by Don Queen, OLLI member

Retired Presiding Judge and author Lise Pearlman will join the OLLI faculty this fall to teach a class entitled "Landmark Trials of the 20th Century." She states that "It’s a comparison of so-called trials of the century." In this course, the class will study and discuss which trial really deserves to be called "The Trial of the Century." The trials selected are different from those previously taught at OLLI, with no reading assignments.

Judge Pearlman grew up in Connecticut and was a member of Yale’s first coed graduating class. The first major trial that Pearlman experienced was that of Black Panther co-founder Bobby Seale in New Haven. Pearlman, along with other undergraduates, assisted in canvassing local neighborhoods for residents' views on the presumption of innocence. After receiving her degree in Classics, she moved to Berkeley in 1971 to attend Boalt School of Law. This was during the trial of The Black Panther’s other co-founder, Huey Newton, for the murder of Oakland Police Officer John Frey. She notes that the trial nearly brought the city to a standstill.

In her third year of law school, Pearlman served as an extern for Justice Mathew Tobriner on the California Supreme Court, and later clerked for California's Chief Justice Donald Wright. She then served as a teaching fellow at Stanford Law School for a year before beginning civil litigation and appellate practice in Oakland. In 1984, Pearlman received widespread publicity as the first woman to be a managing partner of an established California law firm at the same time the U.S. Supreme Court was belatedly deciding whether it was possible for a woman to be a law partner. Five years later she was selected as the first Presiding Judge of the California State Bar Court, appointed by the California Supreme Court to oversee the panel of specialized judges handling attorney discipline cases statewide. Subsequently, Pearlman has served as a private judge arbitrating and mediating civil cases through Alternative Resolution Centers.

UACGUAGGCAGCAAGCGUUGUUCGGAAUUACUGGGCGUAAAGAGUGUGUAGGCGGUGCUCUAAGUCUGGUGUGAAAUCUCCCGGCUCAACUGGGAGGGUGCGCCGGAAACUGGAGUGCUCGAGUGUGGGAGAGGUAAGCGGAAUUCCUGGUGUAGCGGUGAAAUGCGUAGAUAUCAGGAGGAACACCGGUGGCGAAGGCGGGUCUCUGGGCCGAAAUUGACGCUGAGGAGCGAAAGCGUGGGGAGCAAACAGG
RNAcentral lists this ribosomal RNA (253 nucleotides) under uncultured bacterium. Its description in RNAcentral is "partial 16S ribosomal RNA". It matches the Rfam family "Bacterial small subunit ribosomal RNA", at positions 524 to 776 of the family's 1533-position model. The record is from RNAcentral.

A frequent lecturer and panelist on programs for practicing lawyers, Pearlman co-authored her first book in 1985 on writing jury instructions in plain English. She also taught professional responsibility as a guest lecturer at Boalt Hall and Santa Clara University law schools.

Judge Pearlman has selected from her book, The Sky’s The Limit: People v. Newton: The REAL Trial of the 20th Century? (Regent Press, 2012), trials such as Big Bill Haywood, the Scottsboro Boys, and Leo Frank, as well as the heretofore overlooked Huey Newton trial. They serve as a prism to focus on issues such as labor rights and racism. These are the issues which polarized 20th century America and were pivotal in social changes and the conduct of the justice system.

In the forward to her book, Judge Pearlman quotes a Yale Law School's dean: "The quality of a civilization is largely determined by the fairness of its criminal trials..." In this course, the class will not only have the opportunity to judge how America did in the 20th century, but how we are doing today.